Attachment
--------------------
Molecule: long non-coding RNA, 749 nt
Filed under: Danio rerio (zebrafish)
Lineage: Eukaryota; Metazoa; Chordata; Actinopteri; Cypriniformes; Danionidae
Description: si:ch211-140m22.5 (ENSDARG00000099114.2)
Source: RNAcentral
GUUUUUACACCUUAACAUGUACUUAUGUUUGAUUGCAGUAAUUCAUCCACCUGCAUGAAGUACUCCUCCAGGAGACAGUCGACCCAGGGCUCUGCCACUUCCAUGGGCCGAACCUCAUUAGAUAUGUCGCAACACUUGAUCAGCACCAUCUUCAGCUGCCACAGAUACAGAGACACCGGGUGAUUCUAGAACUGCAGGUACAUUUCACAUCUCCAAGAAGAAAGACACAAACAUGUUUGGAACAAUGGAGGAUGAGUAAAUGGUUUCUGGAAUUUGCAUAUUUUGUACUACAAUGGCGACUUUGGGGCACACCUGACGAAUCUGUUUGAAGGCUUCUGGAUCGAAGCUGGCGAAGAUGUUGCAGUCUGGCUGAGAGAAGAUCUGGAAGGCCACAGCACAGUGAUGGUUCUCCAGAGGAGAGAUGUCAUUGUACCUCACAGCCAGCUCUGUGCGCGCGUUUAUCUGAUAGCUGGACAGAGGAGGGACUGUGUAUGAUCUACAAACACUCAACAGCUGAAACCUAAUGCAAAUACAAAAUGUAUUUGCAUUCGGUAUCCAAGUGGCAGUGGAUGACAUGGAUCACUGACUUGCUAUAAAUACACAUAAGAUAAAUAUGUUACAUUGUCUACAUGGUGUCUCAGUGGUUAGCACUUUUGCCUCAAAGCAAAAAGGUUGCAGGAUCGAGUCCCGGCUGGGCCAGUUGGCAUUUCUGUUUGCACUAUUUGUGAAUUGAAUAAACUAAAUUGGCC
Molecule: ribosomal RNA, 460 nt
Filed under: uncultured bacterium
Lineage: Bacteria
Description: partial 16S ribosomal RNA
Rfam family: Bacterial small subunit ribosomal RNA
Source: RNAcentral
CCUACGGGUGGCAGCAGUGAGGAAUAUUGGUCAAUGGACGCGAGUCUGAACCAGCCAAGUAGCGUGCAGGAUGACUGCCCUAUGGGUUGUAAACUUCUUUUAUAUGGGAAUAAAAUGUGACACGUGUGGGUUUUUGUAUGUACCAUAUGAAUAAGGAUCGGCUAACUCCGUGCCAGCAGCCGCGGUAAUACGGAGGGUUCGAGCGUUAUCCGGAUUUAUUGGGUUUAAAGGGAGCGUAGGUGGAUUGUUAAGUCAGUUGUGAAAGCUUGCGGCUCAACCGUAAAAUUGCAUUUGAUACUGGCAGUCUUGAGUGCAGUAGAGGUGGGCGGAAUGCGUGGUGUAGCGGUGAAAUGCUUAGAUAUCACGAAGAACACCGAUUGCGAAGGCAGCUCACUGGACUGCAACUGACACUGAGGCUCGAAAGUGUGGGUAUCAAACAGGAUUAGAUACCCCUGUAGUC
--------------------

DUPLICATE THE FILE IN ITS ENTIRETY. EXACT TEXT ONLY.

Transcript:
Molecule: long non-coding RNA, 749 nt
Filed under: Danio rerio (zebrafish)
Lineage: Eukaryota; Metazoa; Chordata; Actinopteri; Cypriniformes; Danionidae
Description: si:ch211-140m22.5 (ENSDARG00000099114.2)
Source: RNAcentral
GUUUUUACACCUUAACAUGUACUUAUGUUUGAUUGCAGUAAUUCAUCCACCUGCAUGAAGUACUCCUCCAGGAGACAGUCGACCCAGGGCUCUGCCACUUCCAUGGGCCGAACCUCAUUAGAUAUGUCGCAACACUUGAUCAGCACCAUCUUCAGCUGCCACAGAUACAGAGACACCGGGUGAUUCUAGAACUGCAGGUACAUUUCACAUCUCCAAGAAGAAAGACACAAACAUGUUUGGAACAAUGGAGGAUGAGUAAAUGGUUUCUGGAAUUUGCAUAUUUUGUACUACAAUGGCGACUUUGGGGCACACCUGACGAAUCUGUUUGAAGGCUUCUGGAUCGAAGCUGGCGAAGAUGUUGCAGUCUGGCUGAGAGAAGAUCUGGAAGGCCACAGCACAGUGAUGGUUCUCCAGAGGAGAGAUGUCAUUGUACCUCACAGCCAGCUCUGUGCGCGCGUUUAUCUGAUAGCUGGACAGAGGAGGGACUGUGUAUGAUCUACAAACACUCAACAGCUGAAACCUAAUGCAAAUACAAAAUGUAUUUGCAUUCGGUAUCCAAGUGGCAGUGGAUGACAUGGAUCACUGACUUGCUAUAAAUACACAUAAGAUAAAUAUGUUACAUUGUCUACAUGGUGUCUCAGUGGUUAGCACUUUUGCCUCAAAGCAAAAAGGUUGCAGGAUCGAGUCCCGGCUGGGCCAGUUGGCAUUUCUGUUUGCACUAUUUGUGAAUUGAAUAAACUAAAUUGGCC
Molecule: ribosomal RNA, 460 nt
Filed under: uncultured bacterium
Lineage: Bacteria
Description: partial 16S ribosomal RNA
Rfam family: Bacterial small subunit ribosomal RNA
Source: RNAcentral
CCUACGGGUGGCAGCAGUGAGGAAUAUUGGUCAAUGGACGCGAGUCUGAACCAGCCAAGUAGCGUGCAGGAUGACUGCCCUAUGGGUUGUAAACUUCUUUUAUAUGGGAAUAAAAUGUGACACGUGUGGGUUUUUGUAUGUACCAUAUGAAUAAGGAUCGGCUAACUCCGUGCCAGCAGCCGCGGUAAUACGGAGGGUUCGAGCGUUAUCCGGAUUUAUUGGGUUUAAAGGGAGCGUAGGUGGAUUGUUAAGUCAGUUGUGAAAGCUUGCGGCUCAACCGUAAAAUUGCAUUUGAUACUGGCAGUCUUGAGUGCAGUAGAGGUGGGCGGAAUGCGUGGUGUAGCGGUGAAAUGCUUAGAUAUCACGAAGAACACCGAUUGCGAAGGCAGCUCACUGGACUGCAACUGACACUGAGGCUCGAAAGUGUGGGUAUCAAACAGGAUUAGAUACCCCUGUAGUC